Well-rounded people should not be treated or looked at poorly if they act a little silly from time to time, and to me, I find it disgusting that someone who shares Italian ancestry (these “activists”) would look down on them because they may not share the exact same lifestyle. They just seem to look down on any Italian-American who is not in a certain social class and they want to classify this entire group (which is very large and very real) as fake or dumb, or as bad people. That kind of behavior only points to their own insecurities. I thought only God is supposed to judge?

I’m only going to reference MTV’s “Jersey Shore” once here. Reality shows are meant to play up the most dramatic and crazy moments—and the “cast members” are encouraged to ham it up for the camera. (Keep in mind, most who go on reality shows are aspiring entertainers.) No one really knows if their lives at home are consumed with what we see from a small sampling of a few months in a beach house. Within each of those housemate’s worlds, they have their own lives and their own complexities just like every other person. I thought we may have perhaps seen some more of that on the show to balance things out. Maybe then there would be less “haters,” or it could have at least given more insight. There were a few episodes with genuine Italian-American family moments but overall, it’s a fact that the shock TV stuff is what brings in the most ratings. We’ll have to wait for the season to pan out to see whether or not redeemable qualities or an evolution occurs for them. And if it doesn’t, one should simply not tune in to season two if shock TV is not your cup of tea. It’s really nothing to demand boycotts over, as if we are watching them glorifying murder. I say that because I am very tired of people equating the Guido and the gangster as the same thing as well. A Guido or Goomba may have parallels with a mobster, but nothing pertaining to the criminality aspects.

When “The Sopranos” was on, what I said to any Italian-American who had a problem with it was that yes, you can say they aren’t such great people based on the fact that they are Mafiosos, but many of the other aspects of them have direct parallels to a regular Goomba from the neighborhood. And I’m speaking from the perspective of a lifelong Jersey Paisan. The show was filmed right in my backyard. Their particular styles of dress, food choices, and the speech patterns—these are not “made up words,” or bastardizations, the slang/dialect Italian is just part of it all. It’s nothing to be ashamed of.

I consider myself an evolved Guido, just about to turn twenty-nine. That does not mean I am a “reformed” Guido as if I have something to be ashamed of. I have a family and my own catering business and I have goals and aspirations. Do I still spike my hair up in the “Brooklyn Blow-out” way and occasionally go to a dance club? Yes. But that does not consume my life. It never really did, but I know I am a good person and don’t deserve any criticism if I do retain some of my Guido practices or dress and speak a certain way. There needs to be more understanding of this whole thing so that automatic negative reactions aren’t the norm.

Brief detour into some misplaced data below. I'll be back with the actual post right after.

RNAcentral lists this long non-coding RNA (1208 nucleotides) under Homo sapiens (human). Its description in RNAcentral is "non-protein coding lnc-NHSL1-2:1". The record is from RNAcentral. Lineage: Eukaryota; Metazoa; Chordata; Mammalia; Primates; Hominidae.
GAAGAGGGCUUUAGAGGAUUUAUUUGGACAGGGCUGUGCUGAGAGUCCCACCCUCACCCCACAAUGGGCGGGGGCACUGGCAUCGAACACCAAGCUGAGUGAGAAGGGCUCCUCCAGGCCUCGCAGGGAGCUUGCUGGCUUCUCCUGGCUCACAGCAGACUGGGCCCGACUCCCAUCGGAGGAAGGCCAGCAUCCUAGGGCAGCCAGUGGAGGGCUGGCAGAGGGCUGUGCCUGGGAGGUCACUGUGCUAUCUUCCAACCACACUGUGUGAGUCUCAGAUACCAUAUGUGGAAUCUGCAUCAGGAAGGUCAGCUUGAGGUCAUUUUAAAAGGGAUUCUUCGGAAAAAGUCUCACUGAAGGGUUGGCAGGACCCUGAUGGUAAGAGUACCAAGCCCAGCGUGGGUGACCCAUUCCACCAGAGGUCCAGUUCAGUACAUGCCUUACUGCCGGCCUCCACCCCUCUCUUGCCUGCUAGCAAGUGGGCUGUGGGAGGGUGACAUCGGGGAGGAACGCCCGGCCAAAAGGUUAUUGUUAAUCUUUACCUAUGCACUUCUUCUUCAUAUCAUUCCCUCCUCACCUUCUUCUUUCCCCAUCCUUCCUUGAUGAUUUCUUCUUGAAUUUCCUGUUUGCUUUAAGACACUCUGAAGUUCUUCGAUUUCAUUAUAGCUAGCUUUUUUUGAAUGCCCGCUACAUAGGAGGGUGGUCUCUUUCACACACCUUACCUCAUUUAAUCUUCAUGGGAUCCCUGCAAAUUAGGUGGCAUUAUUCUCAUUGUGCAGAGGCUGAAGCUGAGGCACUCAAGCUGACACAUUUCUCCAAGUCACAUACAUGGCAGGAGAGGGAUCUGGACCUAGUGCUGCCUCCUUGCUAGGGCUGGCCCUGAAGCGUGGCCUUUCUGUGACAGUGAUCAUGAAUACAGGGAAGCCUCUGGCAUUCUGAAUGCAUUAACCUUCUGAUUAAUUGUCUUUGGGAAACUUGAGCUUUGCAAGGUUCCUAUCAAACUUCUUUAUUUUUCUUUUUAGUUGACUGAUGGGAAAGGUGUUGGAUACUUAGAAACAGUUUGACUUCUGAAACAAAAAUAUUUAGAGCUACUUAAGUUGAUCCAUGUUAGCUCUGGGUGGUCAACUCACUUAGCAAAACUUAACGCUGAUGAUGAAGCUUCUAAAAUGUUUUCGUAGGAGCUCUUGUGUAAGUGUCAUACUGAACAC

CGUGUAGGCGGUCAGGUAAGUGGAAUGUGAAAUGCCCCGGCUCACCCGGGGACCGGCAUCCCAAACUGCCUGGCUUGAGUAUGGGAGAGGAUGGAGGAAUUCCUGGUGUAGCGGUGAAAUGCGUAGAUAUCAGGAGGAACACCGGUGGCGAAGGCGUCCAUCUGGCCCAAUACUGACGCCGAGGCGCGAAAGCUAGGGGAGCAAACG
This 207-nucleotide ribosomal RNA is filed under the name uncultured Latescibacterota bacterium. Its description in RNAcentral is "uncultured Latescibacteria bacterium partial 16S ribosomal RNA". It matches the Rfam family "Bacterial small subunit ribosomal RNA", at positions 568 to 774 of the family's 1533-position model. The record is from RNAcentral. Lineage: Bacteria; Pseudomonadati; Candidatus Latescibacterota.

Like “Tony Manero,” who really was the first Guido showcased on film, it is indeed a subculture that is very complex and needs exploration—not shunning and shame. “Manero,” although flawed, had dreams and aspirations. We may not be perfect but if there are obvious redeemable qualities present, the Guido is simply not a bad thing. Not many people recall the sequel to “Saturday Night Fever,” which came out a few years later and showed Manero’s evolution from dancing and hanging out in Brooklyn to making in on Broadway as a dancer. Why was that film not as successful as the original? No doubt because the partying aspects were not what the film focused on, and that’s simply too boring to the mass audience.

Years ago, immigrants felt the need to change their last name to assimilate. Should we tell every Italian-American to drop the vowel at the end of their names—from the highest scholar to the lowest Guido? Because it can’t go both ways here. We can’t say it’s OK for one Italian from one social class or one part of America to be prideful in his background, yet a Guido should be silenced because they are a little different. Look, nobody is perfect and nobody has the right to judge someone’s behavior—unless of course lines are crossed where laws are broken or where someone is being directly insulted.

I live my life and don’t put down anyone—and you can't “insult” someone else by living your own life a certain way. We should all be fellow Paisans—we are all from a different class or a different region in America—traced back to all the regions of Italy. And we all know there are vast differences there. Key word: different. Is there such levels of animosity between Italians in Venice and Italians in Sicily? As any casual observer of Italian studies can attest, yes indeed this was how it was, but I would like to think that such feelings have evolved too. If it is necessary, there can be civil discussions about all these differences, but there should never be any mean-spirited debates on which is right or wrong, or any hating going on. Or you can do what I do and just live your life one way, and I’ll happily live mine. A person can be a staunch conservative and not believe in the gay lifestyle. Does that mean all conservatives HATE gays? No. There are some who do that, and those are called extremists.